Lifeforms that live off methane instead of water are possible on Titan’s surface.
Is extraterrestrial life on Titan possible? A research team lead by James Stevenson at Cornell University have recently published a paper that claims to show that a cell wall, essential for carbon-based life as we know it, could also form in the methane-and-nitrogen-rich, ungodly-cold conditions found on the surface of Titan.
Cells in water
Cell walls are essential to life. Here on Earth, cell walls are formed as a result of a spontaneous action performed by lipid molecules (aka, fat/soap molecules) when in contact with water – since lipids contain a polar ‘head’ and a long, non-polar ‘tail’, the polar end faces outwards, towards the water, while the non-polar end faces inwards, away from the water (non-polar molecules hate polar ones! This is why oil and water do not mix). This is how soap bubbles form here on Earth – you’re literally, mostly, made of soap and water!
However, on Titan, while there is definitely no shortage of non-polar molecules (all hydrocarbons are non-polar), the oxygen component of lipids, which on Earth comes from the water, is frozen more than solid on Titan.
Cells in nitrogen
Fortunately, though, there is also an abundance of nitrogen on Titan, in its atmosphere, and nitrogen also forms polar compounds.
And the Cassini probe was able to detect some of these compounds:
The challenge now was to figure out which of the above molecules would spontaneously form ‘bubbles’ in a sea of liquid methane at temperatures only 100 K or so above absolute zero.
Surprisingly, the researchers were able to render ‘bubbles’ from a handful of the given molecules.
By far the best candidate was the acrylonitrile molecule (third molecule down from the top). It was most stable in the Titanic conditions, and it formed ‘bubbles’ most spontaneously in said conditions.
Cyanide’s the key
Let’s see how this is possible. On Earth, the polar end of the lipids used to form the cell walls come from the oxygen in water. On Titan, it seems, the polar end of the acrylonitriles that could possibly form in the methane seas comes from the nitrogen in the cyanide (cyanide = ‘CN’) that floats around as an aerosol in the atmosphere.
On Earth, the stability of the lipid ‘bubble’ derives from the non-polar part of the molecules. On Titan, that stability appears to be derived from the polar cyanide end of the much shorter acrylonitride molecules.
Oh, and these ‘bubbles’, called ‘liposomes’ for Earth, are called ‘azotosomes’ for Titan.
Now, of course, the next step here is to model a way in which Titan could possibly form nucleotides, proteins, and enzymes using only carbon, hydrogen, and nitrogen.
And then it’d be spectacular if we could actually find such lifeforms on Titan.
Explain a little more please?
For those that didn’t take Chemistry in school: ‘C’ = carbon, ‘H’ = hydrogen, ‘N’ = nitrogen; ‘HCN’ = hydrogen cyanide (‘CN’ = cyanide – the ‘poison’ in rat poison; and smells like almonds); ‘ppm’ = ‘parts per million’ (which means, if you collect a million molecules from a given system, beit air, a liquid, or solid – in this case, Titan’s atmosphere – then, in the case of ‘HCN’, you will expect to find 200 of those million molecules to be of ‘HCN’). The lines denote chemical bonds (you’ll notice that only the bonds for carbon are shown – that’s how it’s done in Organic Chemistry; the chemistry of the carbon atom (yes, carbon has its very own branch of Chemistry set aside just for itself)); one ‘line’ denotes a single electron from each atom being shared in the bond, two denotes two electrons being shared, and three denotes three electrons from each of the two atoms in the bond.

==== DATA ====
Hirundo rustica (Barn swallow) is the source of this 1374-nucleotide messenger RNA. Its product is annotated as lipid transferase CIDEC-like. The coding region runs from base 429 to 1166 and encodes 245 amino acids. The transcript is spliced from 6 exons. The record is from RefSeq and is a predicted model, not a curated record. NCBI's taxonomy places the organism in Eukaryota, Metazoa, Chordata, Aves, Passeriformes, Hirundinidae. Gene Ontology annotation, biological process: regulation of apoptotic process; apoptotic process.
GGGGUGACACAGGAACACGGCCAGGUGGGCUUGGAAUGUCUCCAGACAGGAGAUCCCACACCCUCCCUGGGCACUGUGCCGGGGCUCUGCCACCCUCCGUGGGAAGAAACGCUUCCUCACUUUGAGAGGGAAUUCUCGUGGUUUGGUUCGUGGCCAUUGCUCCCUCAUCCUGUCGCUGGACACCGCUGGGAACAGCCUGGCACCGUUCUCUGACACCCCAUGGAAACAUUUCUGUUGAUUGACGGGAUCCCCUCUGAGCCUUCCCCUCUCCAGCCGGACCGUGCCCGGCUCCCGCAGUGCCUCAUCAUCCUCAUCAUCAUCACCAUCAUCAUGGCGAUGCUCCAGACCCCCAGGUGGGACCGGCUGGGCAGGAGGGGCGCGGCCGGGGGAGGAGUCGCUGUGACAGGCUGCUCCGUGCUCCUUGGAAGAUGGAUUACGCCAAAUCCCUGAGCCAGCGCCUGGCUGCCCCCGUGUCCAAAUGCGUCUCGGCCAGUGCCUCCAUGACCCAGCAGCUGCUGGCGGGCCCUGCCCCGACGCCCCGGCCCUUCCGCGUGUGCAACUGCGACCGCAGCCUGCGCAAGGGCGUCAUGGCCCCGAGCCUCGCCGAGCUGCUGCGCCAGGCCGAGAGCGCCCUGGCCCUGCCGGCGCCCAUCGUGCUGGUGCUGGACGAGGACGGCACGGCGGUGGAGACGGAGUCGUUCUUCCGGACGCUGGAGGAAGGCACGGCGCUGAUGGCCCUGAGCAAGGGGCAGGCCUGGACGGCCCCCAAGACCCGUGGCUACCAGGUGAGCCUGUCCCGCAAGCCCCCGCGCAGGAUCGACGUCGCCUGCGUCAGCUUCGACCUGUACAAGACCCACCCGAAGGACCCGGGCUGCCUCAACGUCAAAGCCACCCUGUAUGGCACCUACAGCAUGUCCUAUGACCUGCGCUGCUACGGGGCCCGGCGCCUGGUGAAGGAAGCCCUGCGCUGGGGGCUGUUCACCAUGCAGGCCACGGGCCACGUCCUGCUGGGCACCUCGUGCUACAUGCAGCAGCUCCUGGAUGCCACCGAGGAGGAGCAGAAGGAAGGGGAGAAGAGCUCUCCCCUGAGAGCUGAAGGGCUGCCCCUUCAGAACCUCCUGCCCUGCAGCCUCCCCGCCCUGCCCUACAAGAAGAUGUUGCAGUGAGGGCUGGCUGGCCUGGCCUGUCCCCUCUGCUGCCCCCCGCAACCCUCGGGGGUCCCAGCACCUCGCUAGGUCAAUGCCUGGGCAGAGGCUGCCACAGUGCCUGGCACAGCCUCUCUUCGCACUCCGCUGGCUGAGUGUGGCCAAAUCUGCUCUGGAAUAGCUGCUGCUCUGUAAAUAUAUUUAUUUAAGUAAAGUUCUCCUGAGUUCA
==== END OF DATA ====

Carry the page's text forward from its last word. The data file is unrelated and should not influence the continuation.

Other things of note
Anywhere you see ‘C≡N’ in the middle column of the chart above, think ‘cyanide’, because that’s what it is. Thus, in names like ‘cyanoacetylene’, the ‘C≡N’ part is the ‘cyanide’, so the rest of the molecule is the ‘acetylene’ part (yes, acetylene is the same that’s in the name ‘acetylene torch’). In other cases, the word ‘nitrile’ is used; that’s just the ‘N’ inhabiting the very left end of the molecule – thus, in the case of ‘acrylonitrile’, the ‘acrylo’ part (the same ‘acrylo’ that’s the root for ‘acrylic paints’) is all the atoms and their bonds except that one nitrogen atom. Why organic chemists name these molecules the way they do is largely to do with how the atoms bond to form the molecule (and minimally to do with no good reason at all…). Lastly, the last two molecules have a <CH2>x part to them. The ‘x’ means that the number of <CH2> in that part of the molecule varies in number, because there is more than one molecule that belongs to that group and each is distinguished by the number of <CH2>’s it contains. In the case of the ‘primary amine’, this is because we’re talking about amino acids – those that only contain C, H, and N, that is (and yes, those be the same ‘amino acids’ that life here on Earth uses to form proteins and enzymes).
Stevenson, J., Lunine, J., & Clancy, P. (2015). Membrane alternatives in worlds without oxygen: Creation of an azotosome Science Advances, 1 (1) DOI: 10.1126/sciadv.1400067